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Remembering Brock: The Road to Glory

By Jarah Weinreich

For many people, it is difficult to believe that almost a decade has passed since Peter Brock tragically lost his life. To mark this anniversary, the National Automobile Museum of Tasmania is hosting Remembering Brock The Road to Glory, a celebration of the life of one of Australia's most loved motorsport heroes and of the unique vehicles that shaped his career.

Peter Brock was born in 1945 at Hurstbridge in Victoria. From an early age, he showed great talent behind the wheel. Brock's first car was a 1929 Austin 7, the body of which he promptly removed with an axe. The young Brock then refined his skill, powering the car around the family property. Incredibly, the original vehicle survived. It has since been faithfully refurbished to its condition at the time the Brock family owned it, and is now featured in the display.

It was while stationed at the Kapooka Army Barracks that Peter Brock got his first real taste of motorsport. Having watched events at Bathurst, Warwick Farm and Sandown Park, he quickly decided that he wanted to be on the other side of the guardrail, and set to work building a race car based on the humble Austin A30. Fitted with a 6-cylinder Holden engine and featuring a number of improvised modifications, Brock competed in the Austin in the late 1960s, eventually attracting the attention of the Holden Dealer Team boss Harry Firth. The original vehicle was later destroyed, but a unique replica, built with input from Brock himself, is on display.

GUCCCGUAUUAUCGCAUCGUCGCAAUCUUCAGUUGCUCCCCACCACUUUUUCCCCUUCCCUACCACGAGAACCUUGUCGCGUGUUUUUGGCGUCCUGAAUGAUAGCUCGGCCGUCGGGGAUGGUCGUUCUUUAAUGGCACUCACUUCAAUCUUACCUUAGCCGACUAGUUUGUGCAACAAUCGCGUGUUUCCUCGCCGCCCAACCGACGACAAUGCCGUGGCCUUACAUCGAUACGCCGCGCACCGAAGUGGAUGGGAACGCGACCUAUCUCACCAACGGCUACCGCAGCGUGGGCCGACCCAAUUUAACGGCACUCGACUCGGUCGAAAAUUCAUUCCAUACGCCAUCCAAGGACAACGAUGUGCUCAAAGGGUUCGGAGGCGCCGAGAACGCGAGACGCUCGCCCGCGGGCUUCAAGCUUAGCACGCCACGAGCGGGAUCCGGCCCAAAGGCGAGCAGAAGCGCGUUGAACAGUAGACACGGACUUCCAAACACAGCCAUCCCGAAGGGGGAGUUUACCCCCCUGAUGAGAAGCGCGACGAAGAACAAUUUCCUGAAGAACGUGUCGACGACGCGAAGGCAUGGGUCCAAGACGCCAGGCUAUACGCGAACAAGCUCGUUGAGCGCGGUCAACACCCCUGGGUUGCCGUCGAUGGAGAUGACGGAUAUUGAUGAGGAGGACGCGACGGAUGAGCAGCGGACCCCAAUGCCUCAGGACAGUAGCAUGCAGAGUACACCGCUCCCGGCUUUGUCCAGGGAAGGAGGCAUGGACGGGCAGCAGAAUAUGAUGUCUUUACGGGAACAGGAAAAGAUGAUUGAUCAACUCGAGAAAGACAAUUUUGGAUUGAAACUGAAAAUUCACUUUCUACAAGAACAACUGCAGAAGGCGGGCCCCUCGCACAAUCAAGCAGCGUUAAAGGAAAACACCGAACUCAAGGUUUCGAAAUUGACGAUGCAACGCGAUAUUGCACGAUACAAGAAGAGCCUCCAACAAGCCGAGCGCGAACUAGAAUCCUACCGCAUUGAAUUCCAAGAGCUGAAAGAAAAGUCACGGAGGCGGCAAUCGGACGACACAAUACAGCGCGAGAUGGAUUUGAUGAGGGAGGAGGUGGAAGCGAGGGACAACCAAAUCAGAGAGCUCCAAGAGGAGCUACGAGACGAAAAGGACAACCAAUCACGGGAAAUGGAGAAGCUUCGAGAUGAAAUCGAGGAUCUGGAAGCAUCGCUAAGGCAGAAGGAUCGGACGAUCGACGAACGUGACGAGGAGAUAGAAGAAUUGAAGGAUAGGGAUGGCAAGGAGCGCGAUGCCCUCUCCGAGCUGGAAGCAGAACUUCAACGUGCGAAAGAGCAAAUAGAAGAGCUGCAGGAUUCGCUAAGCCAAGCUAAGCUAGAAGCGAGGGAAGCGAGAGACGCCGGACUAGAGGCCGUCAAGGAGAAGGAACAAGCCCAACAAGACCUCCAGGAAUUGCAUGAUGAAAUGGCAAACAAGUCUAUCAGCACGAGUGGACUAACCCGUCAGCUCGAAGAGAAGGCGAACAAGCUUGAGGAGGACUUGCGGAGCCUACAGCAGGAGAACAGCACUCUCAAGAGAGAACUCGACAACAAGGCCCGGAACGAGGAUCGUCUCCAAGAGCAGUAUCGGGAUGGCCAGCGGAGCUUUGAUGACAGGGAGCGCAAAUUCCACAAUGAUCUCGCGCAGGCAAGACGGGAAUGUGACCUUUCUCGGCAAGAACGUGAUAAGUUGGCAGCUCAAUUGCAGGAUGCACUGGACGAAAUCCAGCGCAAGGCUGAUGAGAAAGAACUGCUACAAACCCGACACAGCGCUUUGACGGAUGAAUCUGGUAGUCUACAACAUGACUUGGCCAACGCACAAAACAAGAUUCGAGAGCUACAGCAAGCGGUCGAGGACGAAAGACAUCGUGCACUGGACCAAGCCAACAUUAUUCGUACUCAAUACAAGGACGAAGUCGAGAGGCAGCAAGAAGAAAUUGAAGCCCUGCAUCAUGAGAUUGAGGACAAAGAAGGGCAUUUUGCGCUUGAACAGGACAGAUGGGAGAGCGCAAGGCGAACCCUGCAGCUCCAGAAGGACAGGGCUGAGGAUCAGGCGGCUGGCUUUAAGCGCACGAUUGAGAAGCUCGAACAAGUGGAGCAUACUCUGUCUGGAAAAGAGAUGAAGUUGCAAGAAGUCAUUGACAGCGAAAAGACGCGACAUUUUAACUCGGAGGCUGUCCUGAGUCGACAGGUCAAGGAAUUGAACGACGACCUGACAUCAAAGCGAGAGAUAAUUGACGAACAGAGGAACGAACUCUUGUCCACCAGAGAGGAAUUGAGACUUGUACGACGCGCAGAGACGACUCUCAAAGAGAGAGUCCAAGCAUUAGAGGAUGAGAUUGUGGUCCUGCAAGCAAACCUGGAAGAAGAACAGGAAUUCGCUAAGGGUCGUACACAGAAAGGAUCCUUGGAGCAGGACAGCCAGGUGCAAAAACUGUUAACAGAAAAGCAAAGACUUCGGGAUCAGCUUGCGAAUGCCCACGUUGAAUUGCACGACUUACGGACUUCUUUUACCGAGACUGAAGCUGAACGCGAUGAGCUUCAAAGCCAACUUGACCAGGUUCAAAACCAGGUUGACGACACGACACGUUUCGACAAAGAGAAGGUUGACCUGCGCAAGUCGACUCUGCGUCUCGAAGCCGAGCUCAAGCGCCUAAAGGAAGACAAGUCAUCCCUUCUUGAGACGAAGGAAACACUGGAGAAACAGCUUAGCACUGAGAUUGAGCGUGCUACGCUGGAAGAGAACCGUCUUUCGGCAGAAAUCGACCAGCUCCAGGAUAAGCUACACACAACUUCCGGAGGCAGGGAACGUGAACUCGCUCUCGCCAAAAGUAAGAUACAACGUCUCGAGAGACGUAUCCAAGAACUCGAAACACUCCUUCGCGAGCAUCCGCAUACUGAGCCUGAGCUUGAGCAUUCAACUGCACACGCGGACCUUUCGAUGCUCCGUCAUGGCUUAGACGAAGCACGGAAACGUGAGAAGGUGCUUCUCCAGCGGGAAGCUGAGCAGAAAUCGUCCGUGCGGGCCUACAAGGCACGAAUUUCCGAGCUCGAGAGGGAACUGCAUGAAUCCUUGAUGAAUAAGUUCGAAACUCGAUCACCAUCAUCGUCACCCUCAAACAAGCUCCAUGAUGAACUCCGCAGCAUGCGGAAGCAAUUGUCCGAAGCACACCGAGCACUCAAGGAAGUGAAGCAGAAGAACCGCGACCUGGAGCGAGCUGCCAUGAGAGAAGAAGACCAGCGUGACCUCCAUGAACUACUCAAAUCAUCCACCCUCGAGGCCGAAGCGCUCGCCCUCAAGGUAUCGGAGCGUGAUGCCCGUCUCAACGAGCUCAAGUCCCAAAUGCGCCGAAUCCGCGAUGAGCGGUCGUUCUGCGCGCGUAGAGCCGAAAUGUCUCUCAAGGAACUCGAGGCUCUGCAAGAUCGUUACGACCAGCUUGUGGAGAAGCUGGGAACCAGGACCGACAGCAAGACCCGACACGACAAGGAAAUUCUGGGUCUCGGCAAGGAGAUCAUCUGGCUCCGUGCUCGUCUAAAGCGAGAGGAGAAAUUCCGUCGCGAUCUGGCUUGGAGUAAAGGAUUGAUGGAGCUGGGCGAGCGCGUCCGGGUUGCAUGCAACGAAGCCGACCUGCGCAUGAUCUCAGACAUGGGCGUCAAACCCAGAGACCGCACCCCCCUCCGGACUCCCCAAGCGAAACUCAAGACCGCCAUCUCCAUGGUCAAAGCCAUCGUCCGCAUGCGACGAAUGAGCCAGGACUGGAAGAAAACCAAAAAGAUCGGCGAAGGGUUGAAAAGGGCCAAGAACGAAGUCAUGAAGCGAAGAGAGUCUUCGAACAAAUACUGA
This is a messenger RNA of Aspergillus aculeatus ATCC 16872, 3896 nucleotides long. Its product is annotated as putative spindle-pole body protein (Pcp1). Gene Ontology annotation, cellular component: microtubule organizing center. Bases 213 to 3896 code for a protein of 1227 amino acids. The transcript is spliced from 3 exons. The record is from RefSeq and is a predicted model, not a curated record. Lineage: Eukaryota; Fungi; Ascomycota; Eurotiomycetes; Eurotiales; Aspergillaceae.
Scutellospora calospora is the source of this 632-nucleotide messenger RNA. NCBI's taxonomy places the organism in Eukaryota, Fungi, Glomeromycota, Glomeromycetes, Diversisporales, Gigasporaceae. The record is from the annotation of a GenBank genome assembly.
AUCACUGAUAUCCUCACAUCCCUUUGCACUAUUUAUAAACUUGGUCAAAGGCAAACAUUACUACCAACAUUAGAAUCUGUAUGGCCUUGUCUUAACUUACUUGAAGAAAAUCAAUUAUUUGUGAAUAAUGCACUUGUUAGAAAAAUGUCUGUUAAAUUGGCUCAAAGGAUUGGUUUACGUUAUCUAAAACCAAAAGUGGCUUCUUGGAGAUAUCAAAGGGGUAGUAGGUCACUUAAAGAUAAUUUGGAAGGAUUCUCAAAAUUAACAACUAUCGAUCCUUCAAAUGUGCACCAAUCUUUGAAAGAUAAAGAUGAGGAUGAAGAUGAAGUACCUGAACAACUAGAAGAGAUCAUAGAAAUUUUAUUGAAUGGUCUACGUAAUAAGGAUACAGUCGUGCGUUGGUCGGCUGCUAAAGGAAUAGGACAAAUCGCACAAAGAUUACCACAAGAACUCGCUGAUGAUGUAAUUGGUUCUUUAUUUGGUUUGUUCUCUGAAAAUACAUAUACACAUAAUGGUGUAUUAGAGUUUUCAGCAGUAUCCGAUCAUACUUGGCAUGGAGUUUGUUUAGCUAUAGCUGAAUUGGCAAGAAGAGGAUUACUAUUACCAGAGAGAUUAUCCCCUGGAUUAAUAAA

Brock's humble beginnings with the Austin kick-started a career that turned him into a household name. He won the Bathurst 1000 race nine times, the Sandown 500 event nine times, and was Australian Touring Car Champion three times.

The 1974 Holden Torana L34 that Brock put on pole position at Bathurst in 1974 also forms part of the exhibit. This car was campaigned by the Holden Dealer Team from 1974 - 1977.

After 1980, Brock's business activities centred on the development of the Holden Dealer team and the newly established special vehicles division which, under Brock's leadership, developed high performance road-going Commodores. These vehicles were built in VC, VH, VK and VL Commodore models, and featured various performance and handling upgrades as selected by the prospective buyer. The display features three excellent examples of these highly sought after Commodores.

Also on display is the 1991 VN Mobil Commodore campaigned by Brock in the Australian Touring Car Championship, Sandown 500, and Bathurst 1000.

The 1953 Holden 48-215 is a unique piece of Australian motorsport history, it being the final Holden that Peter Brock drove before his death. It was built for Brock's entry at the 2006 Goodwood Revival in the UK, and his performance in the car saw him awarded the prestigious 'Spirit of Goodwood' trophy.

Tragically, Brock was killed a mere week after the Goodwood event while competing in a tarmac rally event in Western Australia.

Adored by legions of fans, Peter Brock's impact on Australian motorsport cannot be underestimated. The National Automobile Museum of Tasmania's Remembering Brock The Road to Glory celebrates the life and the enduring impact of a cultural icon.